Yarraka Bayles wants to use her platform to bring a change in the ways the education system deals with the bullying of students with disabilities.
The mother of Quaden Bayles, a 9-year-old bullied boy, recently revealed that her family continues to receive death threats and abuse. Speaking to the disability royal commission, Yarraka Bayles said on Monday that she wants to make changes in the way the education system deals with the bullying of children with disabilities. The indigenous woman's son Quaden suffers from the most common type of dwarfism called achondroplasia. Back in February, she posted a distressing clip of her son crying and saying, "Give me a rope, I want to kill myself. I just want to stab myself in the heart... I want some-one to kill me."
In the due course of the video, she revealed that her son's agony stemmed from being bullied at school. "I just picked my son up from school, witnessed a bullying episode, rang the principal and I want people to know this is the effect bullying has. This is what bullying does. So can you please educate your children, your families, your friends because all it takes is one more instance... and you wonder why kids are killing themselves. This is the impact bullying has a nine-year-old kid who just wants to go to school, get an education and have fun but every single fricking day something happens. Another episode another bullying, another taunt, another name-calling," she said.
Aside from a few bullies who are bullying me for taking a stand against bullies, this fundraiser is unreal. So amazing to see all sorts of people come together. Quaden is going to have the time of his life! And it’s all thanks to you! https://t.co/vGLHQXzO0K— Brad Williams (@funnybrad) February 20, 2020
Yarraka shared details of the moments that led to the video dyeing the first day of a new round of hearings which is focused on the education system, reports The Guardian. She told the commission how she arrived at her son's school to pick him up only to find a group of students patting him on the head and making fun of his height. When she asked if he was okay, Quaden shooed her away, "But then, when he got to the car, he let it out," the counsel assisting Kerri Mellifont QC, told the commission. The young boy had been "hysterically crying and screaming about wanting to kill himself," and this prompted a frustrated Yarraka to post the video. She reportedly did so after reaching out to the school and informing them about the incident but was told that the staff would look into it the next day.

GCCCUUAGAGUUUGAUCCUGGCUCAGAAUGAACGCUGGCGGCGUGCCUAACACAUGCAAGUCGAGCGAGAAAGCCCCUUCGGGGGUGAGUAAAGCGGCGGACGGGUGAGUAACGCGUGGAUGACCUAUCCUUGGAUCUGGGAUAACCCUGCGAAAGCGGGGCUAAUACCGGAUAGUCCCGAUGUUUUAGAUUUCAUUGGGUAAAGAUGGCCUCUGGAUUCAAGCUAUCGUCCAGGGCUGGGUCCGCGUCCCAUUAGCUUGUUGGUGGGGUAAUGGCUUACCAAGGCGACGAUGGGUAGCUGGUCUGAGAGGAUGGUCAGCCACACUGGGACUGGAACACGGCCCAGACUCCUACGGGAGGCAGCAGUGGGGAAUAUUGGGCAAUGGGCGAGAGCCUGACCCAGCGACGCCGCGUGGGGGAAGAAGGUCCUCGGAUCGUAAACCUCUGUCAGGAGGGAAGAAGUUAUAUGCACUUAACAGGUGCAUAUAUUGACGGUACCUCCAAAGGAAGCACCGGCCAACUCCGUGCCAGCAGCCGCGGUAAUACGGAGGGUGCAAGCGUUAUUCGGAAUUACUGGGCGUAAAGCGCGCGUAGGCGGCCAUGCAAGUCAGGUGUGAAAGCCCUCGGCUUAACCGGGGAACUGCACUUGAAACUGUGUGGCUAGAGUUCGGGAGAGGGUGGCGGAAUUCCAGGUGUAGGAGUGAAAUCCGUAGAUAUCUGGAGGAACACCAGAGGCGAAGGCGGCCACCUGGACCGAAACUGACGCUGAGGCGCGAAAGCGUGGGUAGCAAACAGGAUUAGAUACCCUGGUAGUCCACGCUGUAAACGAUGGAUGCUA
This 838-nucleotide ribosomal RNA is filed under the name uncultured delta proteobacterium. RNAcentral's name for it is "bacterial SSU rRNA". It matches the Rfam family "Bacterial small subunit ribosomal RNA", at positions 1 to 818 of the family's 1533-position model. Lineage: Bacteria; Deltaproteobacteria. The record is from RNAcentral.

The boy's heartbreaking tears pained many and were several Hollywood A-listers reached out to Quaden on social media to let him know that he wasn't alone. The 9-year-old was also invited to walk the players on to the pitch for an exhibition match in Queensland between Australia's Indigenous All Stars NRL team and the New Zealand Māori. In addition to fame and kindness, the family was faced with threats and abuse. "After that video went viral, you actually received online trolling and abuse from people you don’t even know," said Mellifont. To this Yarraka responded, "Yes, still to this day, every day."
"People who think it’s their business to make comment," she said, adding that the family has received "lots of death threats … against my children, my granddaughter." Yarraka said that her son's school tried to improve the situation after her video gained virality however is was afraid that Quaden would be forced to permanently switch to homeschooling. But thanks to his year 4 teacher, the Murri boy is back to school in part. When asked what he changes he would like to see in his school by Mellifont, he said, "Probably … one more support worker. A Murri one."
"So when [the support worker] is away, I can have that one and he’s gonna be there," he said in the prerecorded video. He also shared a message for new students who may not know his disability, "Just don’t be rude to kids who have disabilities and just be kind and be nice," said the young boy. Meanwhile, his mother said that she would like the school to lay more emphasis on educating children about various disabilities rather than focusing on "anti-bullying." Apparently, a disability organization offered to provide a presentation on dwarfism to the students but the school is yet to provide timing for it.
"I would rather not call these kids bullies," she said sharing the prospect of an anonymous reporting system to monitor if kids are being bullied in schools. "I don’t believe they want to hurt kids. They don’t understand the consequence of their actions. I don’t want to get kids expelled or suspended because that doesn’t help," she said. She added, "I don’t blame them or the school, in some respects. There’s just not enough education around kids with disabilities, let alone Murri kids with disabilities, in school."